The title seems to leap out of the book's frontispiece quote from Bonhoeffer: "Today there are once more saints and villains." But the title was actually suggested by a friend who saw the quote gracing Giardina's refrigerator. She ultimately used lines from Mozart's Mass in C Minor -- the music and words "seemed to stir up something in me" -- to frame Bonhoeffer's saga and Germany's slide into Nazism and war. The music's liner notes helped her focus on the character of SS officer Alois Bauer, a music lover who serves as Dietrich's doppelgänger and is a composite of Bonhoeffer's real interrogators. Acknowledging a touch of authorly revenge, Giardina bestowed on Bauer the same surname as the New York Times reviewer who gave Storming Heaven its only prominent negative review.
Giardina absorbed some indelible atmosphere in a visit to Germany but mostly drew on her local library for research. In an afterword, she explains her tactics, noting which characters were real and invented and why she combined some characters and altered dates for the sake of narrative. "I have to go by feel," she says. Some of the book's plentiful dialogue she excerpted from real letters, but "it's mostly made up."
One invention is Fred Bishop, a black minister studying with Bonhoeffer at New York's Union Theological Seminary. Giardina places Bishop at a church in, yes, Charleston, and has Bonhoeffer visit him. Together, they learn of another scar in West Virginia's past, the death of some 700 workers drilling a mountain tunnel. "I wouldn't make a parallel with the Holocaust," Giardina says carefully. "But it seemed to preshadow that kind of callousness."
Giardina, who admires Milan Kundera for writing page-turners that raise questions about identity and commitment, feels a loyalty toward readers who lack her education: "I wanted to write a book a coal miner could read. Just 'cause it's accessible doesn't mean it hasn't got depth. I wanted the story itself to carry the depth, rather than the density of the language."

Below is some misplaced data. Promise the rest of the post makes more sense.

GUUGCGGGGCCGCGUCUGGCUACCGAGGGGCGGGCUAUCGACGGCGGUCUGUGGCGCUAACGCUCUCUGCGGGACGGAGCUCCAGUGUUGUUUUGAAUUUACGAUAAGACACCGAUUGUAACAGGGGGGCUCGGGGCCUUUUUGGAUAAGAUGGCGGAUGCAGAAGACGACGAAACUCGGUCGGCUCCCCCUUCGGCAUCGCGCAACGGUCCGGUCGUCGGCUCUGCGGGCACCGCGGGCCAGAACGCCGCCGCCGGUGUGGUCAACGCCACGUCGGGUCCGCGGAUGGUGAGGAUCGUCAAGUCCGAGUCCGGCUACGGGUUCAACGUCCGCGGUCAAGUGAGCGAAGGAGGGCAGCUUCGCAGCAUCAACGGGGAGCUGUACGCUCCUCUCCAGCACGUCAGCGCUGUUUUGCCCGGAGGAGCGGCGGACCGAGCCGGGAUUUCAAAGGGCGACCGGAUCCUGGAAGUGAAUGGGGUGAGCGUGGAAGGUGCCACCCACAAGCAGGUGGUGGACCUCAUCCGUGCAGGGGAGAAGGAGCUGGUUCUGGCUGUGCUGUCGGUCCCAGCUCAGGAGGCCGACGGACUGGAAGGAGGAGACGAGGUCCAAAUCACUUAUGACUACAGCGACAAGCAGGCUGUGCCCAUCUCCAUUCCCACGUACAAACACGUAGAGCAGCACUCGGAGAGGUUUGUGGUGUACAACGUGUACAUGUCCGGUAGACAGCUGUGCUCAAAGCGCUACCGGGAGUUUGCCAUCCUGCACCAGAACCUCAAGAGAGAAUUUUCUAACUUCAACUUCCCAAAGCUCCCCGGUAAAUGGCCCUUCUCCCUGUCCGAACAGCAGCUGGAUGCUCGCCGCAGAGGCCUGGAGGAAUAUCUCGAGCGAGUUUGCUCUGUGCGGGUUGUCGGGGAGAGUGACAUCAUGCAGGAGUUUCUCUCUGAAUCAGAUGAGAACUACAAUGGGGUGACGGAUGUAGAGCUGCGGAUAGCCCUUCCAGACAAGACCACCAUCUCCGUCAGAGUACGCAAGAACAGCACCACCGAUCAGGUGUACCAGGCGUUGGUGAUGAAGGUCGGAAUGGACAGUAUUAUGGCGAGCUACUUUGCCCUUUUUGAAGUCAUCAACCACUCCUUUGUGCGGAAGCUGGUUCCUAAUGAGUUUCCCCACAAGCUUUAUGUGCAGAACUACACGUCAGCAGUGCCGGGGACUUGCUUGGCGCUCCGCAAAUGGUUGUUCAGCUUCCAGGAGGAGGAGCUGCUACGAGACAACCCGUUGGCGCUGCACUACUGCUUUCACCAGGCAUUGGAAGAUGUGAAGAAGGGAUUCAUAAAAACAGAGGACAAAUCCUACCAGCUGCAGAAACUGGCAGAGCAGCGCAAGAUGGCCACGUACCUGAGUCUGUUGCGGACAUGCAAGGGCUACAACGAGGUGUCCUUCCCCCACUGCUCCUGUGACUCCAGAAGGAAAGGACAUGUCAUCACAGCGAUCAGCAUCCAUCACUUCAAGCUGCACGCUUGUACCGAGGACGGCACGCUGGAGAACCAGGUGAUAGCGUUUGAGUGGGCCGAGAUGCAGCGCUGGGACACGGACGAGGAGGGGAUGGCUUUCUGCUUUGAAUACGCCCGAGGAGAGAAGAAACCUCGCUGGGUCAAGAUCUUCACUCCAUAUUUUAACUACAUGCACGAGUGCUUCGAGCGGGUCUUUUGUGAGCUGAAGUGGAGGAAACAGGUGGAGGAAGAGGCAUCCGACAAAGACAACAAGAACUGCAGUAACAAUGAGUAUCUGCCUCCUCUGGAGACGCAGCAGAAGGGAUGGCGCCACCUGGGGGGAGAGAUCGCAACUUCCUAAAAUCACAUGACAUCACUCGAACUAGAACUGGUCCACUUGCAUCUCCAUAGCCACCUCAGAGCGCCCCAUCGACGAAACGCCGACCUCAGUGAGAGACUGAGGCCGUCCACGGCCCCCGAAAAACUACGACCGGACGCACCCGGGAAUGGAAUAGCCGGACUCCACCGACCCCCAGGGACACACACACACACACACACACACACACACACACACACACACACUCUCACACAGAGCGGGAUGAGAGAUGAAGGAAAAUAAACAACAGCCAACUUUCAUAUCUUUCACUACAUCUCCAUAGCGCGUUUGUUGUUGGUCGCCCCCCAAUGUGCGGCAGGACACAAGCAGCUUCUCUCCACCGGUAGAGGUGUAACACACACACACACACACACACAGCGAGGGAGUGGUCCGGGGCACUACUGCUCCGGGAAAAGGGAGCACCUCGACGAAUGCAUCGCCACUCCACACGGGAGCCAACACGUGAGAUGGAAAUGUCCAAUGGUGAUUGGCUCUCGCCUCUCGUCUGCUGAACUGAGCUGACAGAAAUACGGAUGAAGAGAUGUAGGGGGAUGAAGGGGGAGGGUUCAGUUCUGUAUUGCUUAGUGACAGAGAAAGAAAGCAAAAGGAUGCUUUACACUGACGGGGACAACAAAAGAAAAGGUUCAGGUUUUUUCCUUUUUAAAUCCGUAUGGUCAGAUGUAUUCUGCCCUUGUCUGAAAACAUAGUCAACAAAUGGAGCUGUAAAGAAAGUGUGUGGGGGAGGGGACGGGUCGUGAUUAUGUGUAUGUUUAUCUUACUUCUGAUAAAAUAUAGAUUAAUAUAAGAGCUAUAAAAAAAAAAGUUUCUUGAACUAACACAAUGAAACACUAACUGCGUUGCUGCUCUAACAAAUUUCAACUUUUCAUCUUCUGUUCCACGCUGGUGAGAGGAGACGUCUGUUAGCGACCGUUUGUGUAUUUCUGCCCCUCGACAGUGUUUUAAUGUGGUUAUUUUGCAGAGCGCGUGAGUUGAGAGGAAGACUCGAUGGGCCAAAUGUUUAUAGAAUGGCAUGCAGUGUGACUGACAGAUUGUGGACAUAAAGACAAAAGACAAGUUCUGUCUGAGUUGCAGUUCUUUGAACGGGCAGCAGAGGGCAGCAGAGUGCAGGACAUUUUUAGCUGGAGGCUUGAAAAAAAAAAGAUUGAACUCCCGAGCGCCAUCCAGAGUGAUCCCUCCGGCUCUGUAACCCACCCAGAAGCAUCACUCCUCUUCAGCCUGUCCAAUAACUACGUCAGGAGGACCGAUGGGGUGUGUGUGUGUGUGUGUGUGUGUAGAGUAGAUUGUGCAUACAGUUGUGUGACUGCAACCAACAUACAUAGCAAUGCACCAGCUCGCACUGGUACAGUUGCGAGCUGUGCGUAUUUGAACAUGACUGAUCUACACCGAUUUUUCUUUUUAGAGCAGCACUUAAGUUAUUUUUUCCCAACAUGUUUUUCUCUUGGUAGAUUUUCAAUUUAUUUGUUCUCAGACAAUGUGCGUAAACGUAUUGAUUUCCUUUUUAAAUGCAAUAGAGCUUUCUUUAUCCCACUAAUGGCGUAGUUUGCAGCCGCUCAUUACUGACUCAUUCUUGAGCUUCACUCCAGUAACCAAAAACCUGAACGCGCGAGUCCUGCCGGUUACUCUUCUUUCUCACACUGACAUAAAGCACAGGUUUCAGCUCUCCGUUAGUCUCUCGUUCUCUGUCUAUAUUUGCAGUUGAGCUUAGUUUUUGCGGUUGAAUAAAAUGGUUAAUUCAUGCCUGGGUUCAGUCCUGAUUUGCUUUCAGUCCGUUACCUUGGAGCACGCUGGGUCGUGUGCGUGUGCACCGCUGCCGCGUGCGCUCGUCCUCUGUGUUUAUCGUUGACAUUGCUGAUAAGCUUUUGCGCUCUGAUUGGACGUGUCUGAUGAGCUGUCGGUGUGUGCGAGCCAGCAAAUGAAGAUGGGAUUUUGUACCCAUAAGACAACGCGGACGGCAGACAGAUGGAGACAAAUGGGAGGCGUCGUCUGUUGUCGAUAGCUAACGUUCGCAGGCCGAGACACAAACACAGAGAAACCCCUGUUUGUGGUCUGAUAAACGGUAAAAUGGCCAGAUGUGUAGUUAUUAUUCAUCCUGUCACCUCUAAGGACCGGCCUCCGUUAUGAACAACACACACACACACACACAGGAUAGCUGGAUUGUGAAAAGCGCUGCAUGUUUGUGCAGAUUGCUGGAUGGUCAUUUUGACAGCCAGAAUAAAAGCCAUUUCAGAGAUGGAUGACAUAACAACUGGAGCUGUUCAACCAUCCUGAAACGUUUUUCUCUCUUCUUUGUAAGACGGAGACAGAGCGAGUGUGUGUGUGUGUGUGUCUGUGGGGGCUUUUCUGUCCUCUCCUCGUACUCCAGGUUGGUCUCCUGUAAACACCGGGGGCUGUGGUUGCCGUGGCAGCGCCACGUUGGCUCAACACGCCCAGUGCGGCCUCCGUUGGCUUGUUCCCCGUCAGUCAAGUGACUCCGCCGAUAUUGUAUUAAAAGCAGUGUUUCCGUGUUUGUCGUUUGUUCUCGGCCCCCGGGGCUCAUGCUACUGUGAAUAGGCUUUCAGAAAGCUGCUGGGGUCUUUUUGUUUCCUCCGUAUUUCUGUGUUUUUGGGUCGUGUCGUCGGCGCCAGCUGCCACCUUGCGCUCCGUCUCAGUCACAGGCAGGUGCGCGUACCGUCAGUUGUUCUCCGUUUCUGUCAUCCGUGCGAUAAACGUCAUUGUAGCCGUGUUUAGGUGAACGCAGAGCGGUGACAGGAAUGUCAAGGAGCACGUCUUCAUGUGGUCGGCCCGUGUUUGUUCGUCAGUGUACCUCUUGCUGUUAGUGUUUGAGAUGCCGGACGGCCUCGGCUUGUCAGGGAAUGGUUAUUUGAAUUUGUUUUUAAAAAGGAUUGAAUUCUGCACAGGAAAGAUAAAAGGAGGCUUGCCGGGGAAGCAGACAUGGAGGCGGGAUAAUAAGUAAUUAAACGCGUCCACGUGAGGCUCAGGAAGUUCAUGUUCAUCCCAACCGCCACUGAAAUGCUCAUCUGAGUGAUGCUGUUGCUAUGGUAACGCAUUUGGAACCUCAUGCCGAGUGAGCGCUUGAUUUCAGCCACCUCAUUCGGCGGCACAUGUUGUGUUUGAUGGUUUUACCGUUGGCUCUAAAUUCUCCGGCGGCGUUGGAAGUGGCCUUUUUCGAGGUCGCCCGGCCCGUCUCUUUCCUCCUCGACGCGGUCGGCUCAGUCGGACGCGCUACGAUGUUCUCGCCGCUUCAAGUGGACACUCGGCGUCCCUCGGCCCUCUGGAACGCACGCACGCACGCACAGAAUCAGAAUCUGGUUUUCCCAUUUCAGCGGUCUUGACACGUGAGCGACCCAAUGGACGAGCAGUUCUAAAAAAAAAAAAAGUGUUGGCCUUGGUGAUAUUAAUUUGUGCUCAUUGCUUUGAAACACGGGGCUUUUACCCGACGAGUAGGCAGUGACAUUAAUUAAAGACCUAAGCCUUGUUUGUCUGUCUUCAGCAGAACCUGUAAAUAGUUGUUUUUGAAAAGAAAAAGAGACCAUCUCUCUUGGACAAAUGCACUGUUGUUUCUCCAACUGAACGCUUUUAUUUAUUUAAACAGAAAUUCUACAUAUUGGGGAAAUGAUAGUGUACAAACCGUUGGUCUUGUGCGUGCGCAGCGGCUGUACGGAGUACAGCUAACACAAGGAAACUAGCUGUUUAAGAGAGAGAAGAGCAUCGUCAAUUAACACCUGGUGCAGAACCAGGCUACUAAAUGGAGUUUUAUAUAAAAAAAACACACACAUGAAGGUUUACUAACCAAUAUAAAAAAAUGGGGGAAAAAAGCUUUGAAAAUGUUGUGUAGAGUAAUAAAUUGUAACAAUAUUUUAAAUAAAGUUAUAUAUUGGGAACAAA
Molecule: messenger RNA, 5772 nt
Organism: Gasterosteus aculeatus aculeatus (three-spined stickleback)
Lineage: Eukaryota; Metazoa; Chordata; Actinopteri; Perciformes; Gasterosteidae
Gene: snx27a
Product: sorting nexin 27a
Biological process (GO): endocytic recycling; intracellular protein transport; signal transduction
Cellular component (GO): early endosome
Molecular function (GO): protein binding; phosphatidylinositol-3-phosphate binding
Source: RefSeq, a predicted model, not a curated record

With matter-of-fact spirituality, Giardina calls her writing "a gift. I didn't know how good I'd be able to be. The same with preaching. There's a responsibility to say something that's true, make people think, but also help them connect with something larger than themselves." She hastens to add that she's asking questions, not saving souls.
Still, a few critics have found her descriptions of miners and bosses too melodramatic. Giardina counters by saying she actually tamed down the mine wars and that she aimed to create difficult characters. As validation, she now sees Storming Heaven taught in colleges. She even addressed the freshman class at Clemson University in South Carolina -- a "right-to-work state [unsympathetic to unions]," she says with incredulity. Although her mentor, Garrett, has connected her with some authors, notably Maine's Carolyn Chute, Giardina says: "I'm kind of out of the loop. I just tend to be a homebody."
Still, Giardina doesn't shrink from reading her work. With Saints and Villains, Norton hopes to expand on her audience by touring her to at least five cities, with readings at seminaries as well as bookstores. Gerald Howard, who inherited the book after Cunnane left the house, calls Giardina "the least jaded author I've ever worked with."
Giardina says she can't write without marinating in her subject, so she's considering early fundamentalism in 17th-century England and also a futuristic look at West Virginia ravaged by strip mining. Other ideas may surface. Ensconced in a place with but a faint presence on the literary map, Denise Giardina, indubitably a real writer, knows she can take on the world.